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BOOK REVIEW

'Surrender' by Bruce Bawer

A missed opportunity to explore the intersection of Islamic fundamentalism with Western multiculturalism.

May 20, 2009|Tim Rutten

A mediocre book on an important topic always is disappointing.

When the treatment also is shallow and vulgarly argued -- as is the case with Bruce Bawer's "Surrender: Appeasing Islam, Sacrificing Freedom" -- this reader is inclined to get up with a sour sense of resentment over time wasted, the sort of feeling that comes from being seated next to a garrulous bore at a dinner party.

For The Record
Los Angeles Times Saturday, May 30, 2009 Home Edition Main News Part A Page 4 National Desk 1 inches; 40 words Type of Material: Correction
"Surrender": A review of Bruce Bawer's book "Surrender" in the May 20 Calendar said that Dutch politician Pym Fortuyn was murdered by an Islamic extremist. Fortuyn was murdered by an extremist objecting to Fortuyn's views of Muslims in that country.

A literary critic and writer for various neoconservative cultural and political journals, Bawer is also openly homosexual and has written extensively for a number of gay publications. He and his partner have lived in Europe for some time, and since moving there, Bawer has become one of those writers alarmed by what he sees as a cultural fifth column of Islamic immigrants gnawing at Europe's traditions of tolerance and democracy.

There certainly are dangerous, intolerant Islamists among Europe's immigrants, and their allies, he argues (not always inaccurately), are the dogmatic multiculturalists who find cultural equivalency between Magna Carta and sharia. The problem is that Bawer spins glancingly off that interesting, rather important point into descriptions of a vast, interlocking conspiracy of cultural, literary, journalistic and even entertainment elites he believes want to appease fundamentalist Islam and sell out the West's tradition of individual and civil liberties.

Why they're engaged in this betrayal is anybody's guess. That doesn't stop Bawer from enveloping one alleged case in point after another, rather like the rhetorical equivalent of a kudzu vine -- and with about the same logical structure.

Too often Bawer simply gets things wrong, both factually and by degree. For all his academic prominence, the late Edward Said never enjoyed anything close to the influence Bawer imagines for him; the notion that his debated book "Orientalism" changed the way the majority of Western writers and intellectuals perceived Islam simply is preposterous. Similarly, if the ranks of "journalists, editors and producers" are so thoroughly peopled with dogmatic multiculturalists, why is it that so many of the critics of that tendency cited by Bawer make their living in the media? Richard Bernstein, Leon Wieseltier, Christopher Hitchens and this critic are but a few such writers whom Bawer quotes approvingly.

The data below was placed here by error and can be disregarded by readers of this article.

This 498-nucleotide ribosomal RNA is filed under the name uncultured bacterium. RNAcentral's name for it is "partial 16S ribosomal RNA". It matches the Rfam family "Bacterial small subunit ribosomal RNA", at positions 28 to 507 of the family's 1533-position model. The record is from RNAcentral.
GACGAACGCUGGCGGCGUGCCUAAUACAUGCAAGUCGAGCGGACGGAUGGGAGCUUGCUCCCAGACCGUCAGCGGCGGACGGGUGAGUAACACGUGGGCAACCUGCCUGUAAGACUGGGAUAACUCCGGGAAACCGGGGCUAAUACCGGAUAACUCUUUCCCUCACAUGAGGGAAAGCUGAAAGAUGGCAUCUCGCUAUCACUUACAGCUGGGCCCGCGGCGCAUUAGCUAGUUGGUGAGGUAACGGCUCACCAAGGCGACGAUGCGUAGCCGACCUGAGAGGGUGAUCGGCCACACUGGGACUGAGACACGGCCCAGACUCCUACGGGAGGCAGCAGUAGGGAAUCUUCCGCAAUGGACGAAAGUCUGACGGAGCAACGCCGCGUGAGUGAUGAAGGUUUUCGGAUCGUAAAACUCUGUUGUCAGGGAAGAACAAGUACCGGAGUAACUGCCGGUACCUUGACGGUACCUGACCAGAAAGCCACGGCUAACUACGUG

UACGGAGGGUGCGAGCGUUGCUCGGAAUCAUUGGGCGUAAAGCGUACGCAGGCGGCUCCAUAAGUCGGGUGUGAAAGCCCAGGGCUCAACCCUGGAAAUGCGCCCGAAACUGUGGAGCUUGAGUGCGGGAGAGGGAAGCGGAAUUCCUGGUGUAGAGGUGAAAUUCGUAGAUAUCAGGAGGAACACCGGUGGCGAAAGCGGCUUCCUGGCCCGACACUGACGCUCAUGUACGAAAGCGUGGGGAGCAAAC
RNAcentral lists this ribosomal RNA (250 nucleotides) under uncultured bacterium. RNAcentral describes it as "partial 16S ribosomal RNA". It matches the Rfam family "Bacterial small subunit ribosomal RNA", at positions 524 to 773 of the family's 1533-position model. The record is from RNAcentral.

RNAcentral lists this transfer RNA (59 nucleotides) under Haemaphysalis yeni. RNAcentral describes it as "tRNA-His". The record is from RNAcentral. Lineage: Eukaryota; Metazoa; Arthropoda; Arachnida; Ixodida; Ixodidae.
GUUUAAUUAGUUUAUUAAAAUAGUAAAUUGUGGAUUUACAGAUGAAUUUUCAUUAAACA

Bawer's notions of cultural and historical causality -- and they are notions rather than ideas -- are tenuous to the point of being not simply arguable but simple-minded. He quotes Jesus' admonition against judging others: "Why beholdest thou the mote that is in thy brother's eye, but considerest not the beam that is in thine own eye?" Bawer then asserts, "Thanks largely to the influence of the Gospels, the capacity for self-criticism and self-correction is especially strong in Western culture and is a major reason for the West's success."

Part of that sentence is true: The West's capacity for critical introspection is a vital cultural attribute, but if you want to chart its lineage, you'd have to start with the Aristotelian revival of the high Middle Ages and follow it from there. If its origins were primarily religious, then why has the Western religious institution with the greatest historical continuity, the Roman Catholic Church, found it necessary to armor itself against criticism by promulgating the doctrine of papal infallibility and declaring unfettered intellectual criticism a heresy called Modernism? Moreover, if the West's capacity for self-criticism was a product of the Gospels, why did the church wait until the late 20th century and Vatican II to reject theological anti-Semitism and until the papacy of John Paul II to apologize for persecuting Galileo?

Making errors

Similarly, if one is going to acknowledge in passing the United States' failure to live up to its 1st Amendment obligation, why cite the usual high school civics class laundry list of examples -- John Adams, Abraham Lincoln and Woodrow Wilson -- and ignore the example of greatest relevance to Bawer's case: that Andrew Jackson ordered the U.S. Post Office not to deliver abolitionist newspapers, journals or tracts? Adams, Lincoln and Wilson were acting under the exigencies of war; Jackson's ban was supposed to be a guarantor of social peace, an aim far more congruent with that of the multicultural ideologues.

Factual errors large and small infest this text like weevils. Their homophobic views played a role in the cancellations of Michael Savage's and Laura Schlessinger's short-lived, not particularly popular television shows. Neither lost their highly rated radio shows, as Bawer writes. In fact, Schlessinger was America's third most-listened-to talk show host last year. Bawer sets out a sequence of terrorist and other violent incidents, then castigates the Western media for not "educating themselves seriously about Islam" in their wake.

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